4. What was your first reaction when you heard the news?
To tell the truth, I cannot say the news came as a “surprise” It is not something that you suddenly hear that you are promoted to SN. Not something like that. Actually the discussions as to who should be chosen were all over newspapers, literary magazines and forums held everywhere. My name was mentioned as the potential reciepient as early as 1990’s. So when the minister made the announcement it is just to say that the time has finally arrived for you. Not something you don’t expect at all.
5. How has life changed for you since you became the poet laureate?
Most of the time I feel there is not much changes. I still go on writing at home and feel the time constraints and difficulties as usual. But now I am expected to go out more often to attend literature events. In official events I feel more respected. In Malaysia, the national laureate will go up in the protocol and saluted in ceremonies and events especially literary events by Dewan Bahasa dan Pustaka. You are qualified for better hotel accommodation and business class flight. Otherwise there is not much change. You just go on writing. Whatever problem you faced in the process of writing will be the same. You cannot overcome them with the national laureate tittle.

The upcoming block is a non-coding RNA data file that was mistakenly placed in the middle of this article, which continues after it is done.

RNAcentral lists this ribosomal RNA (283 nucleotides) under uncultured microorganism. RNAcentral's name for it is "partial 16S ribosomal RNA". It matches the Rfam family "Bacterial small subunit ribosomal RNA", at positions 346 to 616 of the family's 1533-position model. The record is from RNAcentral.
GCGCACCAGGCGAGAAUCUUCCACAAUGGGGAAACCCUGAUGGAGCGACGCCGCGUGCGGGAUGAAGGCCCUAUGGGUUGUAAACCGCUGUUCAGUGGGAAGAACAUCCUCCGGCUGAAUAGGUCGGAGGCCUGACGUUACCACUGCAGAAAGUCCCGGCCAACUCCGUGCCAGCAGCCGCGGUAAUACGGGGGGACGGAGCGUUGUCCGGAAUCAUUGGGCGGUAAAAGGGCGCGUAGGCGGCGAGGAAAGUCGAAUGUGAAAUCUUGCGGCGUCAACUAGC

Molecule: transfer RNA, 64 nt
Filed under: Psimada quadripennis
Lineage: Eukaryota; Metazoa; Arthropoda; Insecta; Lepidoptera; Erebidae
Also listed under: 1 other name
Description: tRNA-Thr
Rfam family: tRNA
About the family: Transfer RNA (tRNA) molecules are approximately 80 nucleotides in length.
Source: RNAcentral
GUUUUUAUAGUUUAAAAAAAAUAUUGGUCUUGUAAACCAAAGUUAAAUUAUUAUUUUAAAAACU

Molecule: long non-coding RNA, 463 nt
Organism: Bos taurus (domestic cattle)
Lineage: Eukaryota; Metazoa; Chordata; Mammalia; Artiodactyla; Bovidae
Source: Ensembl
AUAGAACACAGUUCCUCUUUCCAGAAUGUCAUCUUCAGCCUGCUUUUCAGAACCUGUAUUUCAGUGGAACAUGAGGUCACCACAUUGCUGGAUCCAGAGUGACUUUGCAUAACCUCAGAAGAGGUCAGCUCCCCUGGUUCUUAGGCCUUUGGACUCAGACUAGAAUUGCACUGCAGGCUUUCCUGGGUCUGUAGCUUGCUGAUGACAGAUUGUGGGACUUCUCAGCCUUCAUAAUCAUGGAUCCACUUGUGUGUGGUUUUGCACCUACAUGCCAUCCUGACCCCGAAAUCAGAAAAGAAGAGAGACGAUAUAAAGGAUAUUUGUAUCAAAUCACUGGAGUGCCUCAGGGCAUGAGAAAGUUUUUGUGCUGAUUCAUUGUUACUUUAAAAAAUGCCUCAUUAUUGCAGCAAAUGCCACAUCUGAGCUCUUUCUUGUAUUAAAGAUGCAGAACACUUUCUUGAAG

6. What inspired you to become a writer?
Many things. I do not know which is the more important factor. What I can say the motive of becoming a writer is not a static thing. It changed with your age and time. I started very early. I grew up with grandparents who did not allow me the freedom to move around. So I just sat in the house and listened to the radio. That’s when I listened to songs with poetic and meaningful lyrics. The traditional Malay songs use pantuns (traditional Malay poetry ) as their lyrics. This is how I felt in love with beautiful words. I learned the use of metaphors, similes and other poetic expressions.